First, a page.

The FTSE 100 Index fell by 4.9% during October, and the FTSE 250 Index declined by 0.6%. The yield on the FTSE 100 Index rose slightly from 4.72% to 4.73% in October, while the FTSE 250 Index’s yield eased from 3.76% to 3.55% over the month. In comparison, the yield on the benchmark UK gilt edged up from 0.23% to 0.26% during October.

Having dropped by 57.2% in the second quarter of 2020, UK dividends fell by 49.1% to £18 billion between July and September, posting their lowest third-quarter total since 2010. On an underlying basis, payouts fell by 45.1% to £17.7 billion. According to Link Asset Services’ quarterly Dividend Monitor, two-thirds of companies cut or scrapped their dividend payouts in the third quarter, compared with the three-quarters that did so in the second quarter. Dividend cuts were particularly prevalent in the banking, oil, and mining sectors; in comparison, only two sectors – the “classically defensive” food retailers and basic consumer goods – grew their dividends on an annualised basis. Some companies reinstated their payouts during the third quarter, but Link warned that “huge uncertainty” remains, with “a long road ahead before dividends return to pre-pandemic levels”.

Although BP posted a profit in the third quarter, the company warned that the pandemic is likely to continue to affect demand for oil. Nevertheless, BP reiterated its commitment to its dividend payout: Chief Executive Bernard Looney stated: “We are firmly committed to our updated financial frame, including the dividend – the first call on our funds”, while the company’s Chief Financial Officer commented: “Funding the dividend remains our first priority”. Elsewhere, Tesco announced a 21% increase in its interim dividend payout following a 29% rise in pre-tax profits, and housebuilder Bellway reinstated its dividend payment, boosted by Government stimulus measures including the “Help to Buy” scheme and the stamp duty holiday.


america US Market Review

US sentiment dips in October

US equity markets fell during October as cases of Covid-19 reached new daily records and news of rising infection rates and lockdowns in Europe affected sentiment amongst US investors. Concerns over the pandemic’s impact on the country’s economy were intensified by a continued stalemate between the Republican and Democratic parties over Covid-19 relief funding. Warning “the expansion is far from complete”, Fed Chair Jerome Powell said that the US could face ““tragic” consequences and “unnecessary hardship for households and businesses” if the government fails to provide sufficient support. According to Johns Hopkins University, confirmed cases in the US had risen above nine million and reported deaths had reached 229,686 by the end of the month.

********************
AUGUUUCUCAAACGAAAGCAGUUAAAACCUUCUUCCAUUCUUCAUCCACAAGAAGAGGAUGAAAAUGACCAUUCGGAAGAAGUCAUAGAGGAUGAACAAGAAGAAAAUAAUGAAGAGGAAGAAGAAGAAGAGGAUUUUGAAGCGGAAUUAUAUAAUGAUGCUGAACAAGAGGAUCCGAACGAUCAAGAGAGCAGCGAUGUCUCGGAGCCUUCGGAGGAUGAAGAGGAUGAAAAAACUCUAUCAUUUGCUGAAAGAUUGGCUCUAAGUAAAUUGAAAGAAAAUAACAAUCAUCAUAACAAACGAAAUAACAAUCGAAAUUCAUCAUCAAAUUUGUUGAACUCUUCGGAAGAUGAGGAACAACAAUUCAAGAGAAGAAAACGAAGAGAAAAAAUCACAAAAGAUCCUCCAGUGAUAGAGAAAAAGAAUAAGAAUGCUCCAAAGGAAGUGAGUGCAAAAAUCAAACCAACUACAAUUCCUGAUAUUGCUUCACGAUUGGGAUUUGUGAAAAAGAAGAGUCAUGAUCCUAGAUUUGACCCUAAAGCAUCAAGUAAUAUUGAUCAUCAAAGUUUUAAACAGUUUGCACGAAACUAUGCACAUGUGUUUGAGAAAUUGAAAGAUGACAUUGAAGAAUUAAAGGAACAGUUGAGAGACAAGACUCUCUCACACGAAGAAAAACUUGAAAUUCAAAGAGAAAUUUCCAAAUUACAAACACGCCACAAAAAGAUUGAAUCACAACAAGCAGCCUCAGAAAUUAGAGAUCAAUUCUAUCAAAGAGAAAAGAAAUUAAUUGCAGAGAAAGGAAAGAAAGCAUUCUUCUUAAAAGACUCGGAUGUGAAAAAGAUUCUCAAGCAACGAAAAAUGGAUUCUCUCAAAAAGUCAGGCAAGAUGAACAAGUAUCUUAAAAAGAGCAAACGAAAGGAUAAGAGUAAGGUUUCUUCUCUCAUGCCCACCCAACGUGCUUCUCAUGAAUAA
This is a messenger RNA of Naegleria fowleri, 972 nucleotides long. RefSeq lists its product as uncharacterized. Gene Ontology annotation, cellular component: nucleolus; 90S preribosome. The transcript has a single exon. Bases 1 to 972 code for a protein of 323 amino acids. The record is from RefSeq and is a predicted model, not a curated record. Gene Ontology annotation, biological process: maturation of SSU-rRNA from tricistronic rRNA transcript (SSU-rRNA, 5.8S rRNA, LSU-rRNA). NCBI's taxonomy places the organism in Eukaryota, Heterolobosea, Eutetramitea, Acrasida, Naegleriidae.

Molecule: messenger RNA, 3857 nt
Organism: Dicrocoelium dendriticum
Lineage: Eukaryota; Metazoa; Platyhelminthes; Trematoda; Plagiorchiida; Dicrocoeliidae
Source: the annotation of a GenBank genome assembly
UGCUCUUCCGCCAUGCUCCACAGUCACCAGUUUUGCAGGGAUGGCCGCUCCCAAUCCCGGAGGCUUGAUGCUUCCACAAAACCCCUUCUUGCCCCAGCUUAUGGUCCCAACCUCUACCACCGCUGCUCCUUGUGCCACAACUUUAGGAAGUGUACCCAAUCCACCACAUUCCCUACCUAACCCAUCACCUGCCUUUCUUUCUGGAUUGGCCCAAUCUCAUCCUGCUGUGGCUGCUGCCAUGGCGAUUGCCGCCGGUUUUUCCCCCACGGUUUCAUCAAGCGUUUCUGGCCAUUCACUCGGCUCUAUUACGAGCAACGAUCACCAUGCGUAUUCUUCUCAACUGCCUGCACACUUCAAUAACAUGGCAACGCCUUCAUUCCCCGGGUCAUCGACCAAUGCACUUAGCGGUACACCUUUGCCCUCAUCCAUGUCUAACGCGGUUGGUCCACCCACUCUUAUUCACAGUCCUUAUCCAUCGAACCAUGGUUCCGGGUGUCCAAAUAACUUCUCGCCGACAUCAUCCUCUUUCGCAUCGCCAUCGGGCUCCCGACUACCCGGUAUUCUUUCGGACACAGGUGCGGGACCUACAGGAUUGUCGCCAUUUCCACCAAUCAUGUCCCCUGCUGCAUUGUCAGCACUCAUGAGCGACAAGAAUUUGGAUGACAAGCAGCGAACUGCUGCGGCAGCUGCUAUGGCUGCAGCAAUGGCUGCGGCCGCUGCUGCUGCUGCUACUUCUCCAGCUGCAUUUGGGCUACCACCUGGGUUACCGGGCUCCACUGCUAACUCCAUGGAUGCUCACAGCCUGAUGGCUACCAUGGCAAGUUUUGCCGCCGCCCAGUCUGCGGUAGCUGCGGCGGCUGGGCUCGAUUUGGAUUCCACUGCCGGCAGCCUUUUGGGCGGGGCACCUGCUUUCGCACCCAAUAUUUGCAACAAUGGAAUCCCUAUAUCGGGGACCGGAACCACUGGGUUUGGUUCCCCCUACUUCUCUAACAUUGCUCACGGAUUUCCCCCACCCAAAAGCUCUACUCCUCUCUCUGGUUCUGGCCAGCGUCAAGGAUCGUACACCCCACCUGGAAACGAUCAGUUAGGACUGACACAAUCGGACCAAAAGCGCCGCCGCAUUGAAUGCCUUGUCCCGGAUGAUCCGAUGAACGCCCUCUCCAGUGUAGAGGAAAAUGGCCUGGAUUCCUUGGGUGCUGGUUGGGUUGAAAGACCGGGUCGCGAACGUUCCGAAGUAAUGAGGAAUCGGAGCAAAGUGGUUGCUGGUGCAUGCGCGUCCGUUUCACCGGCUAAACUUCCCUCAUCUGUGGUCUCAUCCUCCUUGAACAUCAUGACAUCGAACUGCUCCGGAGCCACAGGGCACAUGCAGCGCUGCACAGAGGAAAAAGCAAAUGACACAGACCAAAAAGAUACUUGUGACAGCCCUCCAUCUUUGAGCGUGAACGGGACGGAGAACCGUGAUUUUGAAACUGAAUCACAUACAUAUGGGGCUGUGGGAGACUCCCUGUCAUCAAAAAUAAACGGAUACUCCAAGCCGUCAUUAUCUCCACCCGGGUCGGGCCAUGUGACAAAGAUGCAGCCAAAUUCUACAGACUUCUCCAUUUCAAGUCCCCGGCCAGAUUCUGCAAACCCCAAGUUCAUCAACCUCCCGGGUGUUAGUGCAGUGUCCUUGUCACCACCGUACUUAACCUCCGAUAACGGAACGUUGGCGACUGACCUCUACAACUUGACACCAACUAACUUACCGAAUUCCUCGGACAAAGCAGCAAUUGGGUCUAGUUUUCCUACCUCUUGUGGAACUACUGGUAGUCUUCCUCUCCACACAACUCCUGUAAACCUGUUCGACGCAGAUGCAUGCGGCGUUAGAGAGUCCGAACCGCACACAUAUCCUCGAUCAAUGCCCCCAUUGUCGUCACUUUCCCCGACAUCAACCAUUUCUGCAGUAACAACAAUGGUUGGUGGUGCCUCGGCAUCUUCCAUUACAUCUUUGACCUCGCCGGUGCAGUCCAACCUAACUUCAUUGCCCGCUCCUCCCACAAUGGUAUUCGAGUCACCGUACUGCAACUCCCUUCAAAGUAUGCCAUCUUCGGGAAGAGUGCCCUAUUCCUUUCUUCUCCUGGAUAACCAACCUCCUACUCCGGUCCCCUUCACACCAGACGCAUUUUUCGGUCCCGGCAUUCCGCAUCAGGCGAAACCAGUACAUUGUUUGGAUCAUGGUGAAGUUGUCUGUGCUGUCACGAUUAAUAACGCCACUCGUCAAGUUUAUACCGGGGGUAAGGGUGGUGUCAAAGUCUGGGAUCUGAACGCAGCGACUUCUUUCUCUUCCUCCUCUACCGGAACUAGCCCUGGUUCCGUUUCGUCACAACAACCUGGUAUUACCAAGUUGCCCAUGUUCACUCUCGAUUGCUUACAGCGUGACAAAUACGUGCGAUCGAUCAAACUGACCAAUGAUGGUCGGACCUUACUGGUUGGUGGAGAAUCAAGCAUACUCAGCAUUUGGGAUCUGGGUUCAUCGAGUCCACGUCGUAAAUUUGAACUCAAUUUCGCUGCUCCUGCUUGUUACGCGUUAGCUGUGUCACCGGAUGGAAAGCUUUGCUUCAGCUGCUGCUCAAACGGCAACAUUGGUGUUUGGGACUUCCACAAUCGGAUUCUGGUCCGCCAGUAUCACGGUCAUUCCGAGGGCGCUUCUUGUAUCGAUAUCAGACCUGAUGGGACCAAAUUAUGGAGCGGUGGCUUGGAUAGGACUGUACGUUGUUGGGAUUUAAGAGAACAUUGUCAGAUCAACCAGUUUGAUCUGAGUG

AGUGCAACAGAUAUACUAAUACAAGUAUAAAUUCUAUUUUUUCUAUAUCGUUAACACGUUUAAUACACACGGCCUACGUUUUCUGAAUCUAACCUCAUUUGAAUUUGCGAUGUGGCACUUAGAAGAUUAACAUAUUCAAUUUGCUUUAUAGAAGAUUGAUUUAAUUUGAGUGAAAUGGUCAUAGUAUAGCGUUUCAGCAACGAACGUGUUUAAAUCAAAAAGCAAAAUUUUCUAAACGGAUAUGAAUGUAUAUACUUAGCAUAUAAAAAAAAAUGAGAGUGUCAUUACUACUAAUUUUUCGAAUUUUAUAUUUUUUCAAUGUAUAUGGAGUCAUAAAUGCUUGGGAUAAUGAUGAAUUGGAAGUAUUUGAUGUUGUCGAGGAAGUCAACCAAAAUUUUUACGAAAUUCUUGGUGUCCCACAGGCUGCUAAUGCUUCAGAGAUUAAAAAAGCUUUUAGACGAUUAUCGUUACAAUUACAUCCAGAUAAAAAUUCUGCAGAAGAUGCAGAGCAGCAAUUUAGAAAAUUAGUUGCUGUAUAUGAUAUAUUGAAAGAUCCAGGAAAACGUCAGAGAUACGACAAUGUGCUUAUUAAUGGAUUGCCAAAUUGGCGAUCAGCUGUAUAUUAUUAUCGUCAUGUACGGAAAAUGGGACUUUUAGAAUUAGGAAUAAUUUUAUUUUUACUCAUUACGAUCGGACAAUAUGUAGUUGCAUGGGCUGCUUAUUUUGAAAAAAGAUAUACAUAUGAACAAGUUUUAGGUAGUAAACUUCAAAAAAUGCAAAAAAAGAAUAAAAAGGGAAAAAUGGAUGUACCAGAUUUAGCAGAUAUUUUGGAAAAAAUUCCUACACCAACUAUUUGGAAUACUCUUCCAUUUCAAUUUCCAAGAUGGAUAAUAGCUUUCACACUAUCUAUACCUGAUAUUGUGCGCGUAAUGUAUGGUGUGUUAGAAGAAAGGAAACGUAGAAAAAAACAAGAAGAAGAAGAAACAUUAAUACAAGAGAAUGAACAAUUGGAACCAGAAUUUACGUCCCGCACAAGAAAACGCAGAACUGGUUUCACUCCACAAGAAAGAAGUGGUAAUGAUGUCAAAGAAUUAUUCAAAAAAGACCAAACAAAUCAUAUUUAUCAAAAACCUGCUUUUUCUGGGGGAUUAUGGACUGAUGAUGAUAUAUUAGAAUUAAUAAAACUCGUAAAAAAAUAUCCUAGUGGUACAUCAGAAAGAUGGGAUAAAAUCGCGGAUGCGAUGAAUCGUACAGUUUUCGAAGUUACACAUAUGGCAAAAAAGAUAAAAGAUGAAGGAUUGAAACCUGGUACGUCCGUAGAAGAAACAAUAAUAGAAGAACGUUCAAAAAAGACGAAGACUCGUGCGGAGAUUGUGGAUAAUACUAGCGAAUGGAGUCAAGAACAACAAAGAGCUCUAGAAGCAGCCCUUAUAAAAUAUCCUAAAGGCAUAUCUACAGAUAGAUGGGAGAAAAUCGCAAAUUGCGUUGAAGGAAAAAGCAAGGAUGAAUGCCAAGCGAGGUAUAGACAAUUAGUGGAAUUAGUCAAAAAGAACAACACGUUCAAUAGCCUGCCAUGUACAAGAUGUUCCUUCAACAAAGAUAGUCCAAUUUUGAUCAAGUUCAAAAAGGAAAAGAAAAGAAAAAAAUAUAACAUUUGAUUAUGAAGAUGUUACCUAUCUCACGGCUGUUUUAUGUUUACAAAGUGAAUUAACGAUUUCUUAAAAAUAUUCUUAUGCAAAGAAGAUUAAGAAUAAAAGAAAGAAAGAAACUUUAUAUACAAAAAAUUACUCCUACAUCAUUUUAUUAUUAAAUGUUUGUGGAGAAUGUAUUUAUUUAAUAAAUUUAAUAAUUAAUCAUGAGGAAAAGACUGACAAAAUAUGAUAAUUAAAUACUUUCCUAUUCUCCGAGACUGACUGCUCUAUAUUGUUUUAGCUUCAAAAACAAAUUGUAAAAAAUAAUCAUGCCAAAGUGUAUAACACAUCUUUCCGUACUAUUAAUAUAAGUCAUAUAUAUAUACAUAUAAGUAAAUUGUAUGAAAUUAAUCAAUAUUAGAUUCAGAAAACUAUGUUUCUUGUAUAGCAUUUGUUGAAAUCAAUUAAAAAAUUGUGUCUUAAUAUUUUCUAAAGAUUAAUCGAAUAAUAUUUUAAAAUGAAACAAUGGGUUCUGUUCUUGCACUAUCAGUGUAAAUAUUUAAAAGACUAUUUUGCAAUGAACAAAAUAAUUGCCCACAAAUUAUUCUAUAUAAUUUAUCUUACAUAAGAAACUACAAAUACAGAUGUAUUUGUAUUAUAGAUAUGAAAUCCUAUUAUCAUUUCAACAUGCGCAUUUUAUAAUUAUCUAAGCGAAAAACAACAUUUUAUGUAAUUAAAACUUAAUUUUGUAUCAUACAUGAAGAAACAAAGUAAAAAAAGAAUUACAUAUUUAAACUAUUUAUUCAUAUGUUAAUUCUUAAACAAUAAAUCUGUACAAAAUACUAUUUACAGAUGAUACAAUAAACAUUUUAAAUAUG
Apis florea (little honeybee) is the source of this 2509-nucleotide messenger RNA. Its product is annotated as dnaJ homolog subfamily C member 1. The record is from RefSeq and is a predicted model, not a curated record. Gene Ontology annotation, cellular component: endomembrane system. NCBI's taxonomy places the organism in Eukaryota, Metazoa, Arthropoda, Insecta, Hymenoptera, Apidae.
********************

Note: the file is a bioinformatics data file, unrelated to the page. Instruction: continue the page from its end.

“Investors were on edge during October ahead of the US Presidential election”

Investors were on edge during October ahead of the US Presidential election on 3 November. Although polls indicated that Democrat candidate Joe Biden was holding a lead over incumbent President Donald Trump, investors hoped for a clear result that would bring an end to the ongoing uncertainty. Over 85 million of eligible voters had cast their votes by the end of October, according to S&P Dow Jones Indices. Meanwhile, the VIX Index – which measures expected levels of volatility in US equity markets and is also known as the “fear index” – rose to its highest level since June.

During October, the Dow Jones Industrial Average Index fell to its lowest level since the end of July, and ended the month down by 4.6%. The technology-heavy Nasdaq Index fell by 2.3%, and the S&P 500 Index declined by 2.8%. Over October, the best-performing S&P industry sectors were utilities and communication services, which were the only sectors to end the month in positive territory. In comparison, information technology, energy, health care, and real estate performed poorly.

During the third quarter of 2020, the US economy expanded at an annualised rate of 33.1%, having shrunk by 31.4% in the three months to June. Elsewhere, although the rate of unemployment fell for a fifth consecutive month in September, dropping from 8.4% in August to 7.9%, it remained significantly higher than February’s rate of 3.5%. Amid signs that the labour market remained under pressure from the impact of the coronavirus pandemic, the US economy added only 661,000 new jobs during September, compared with larger gains in the previous four months.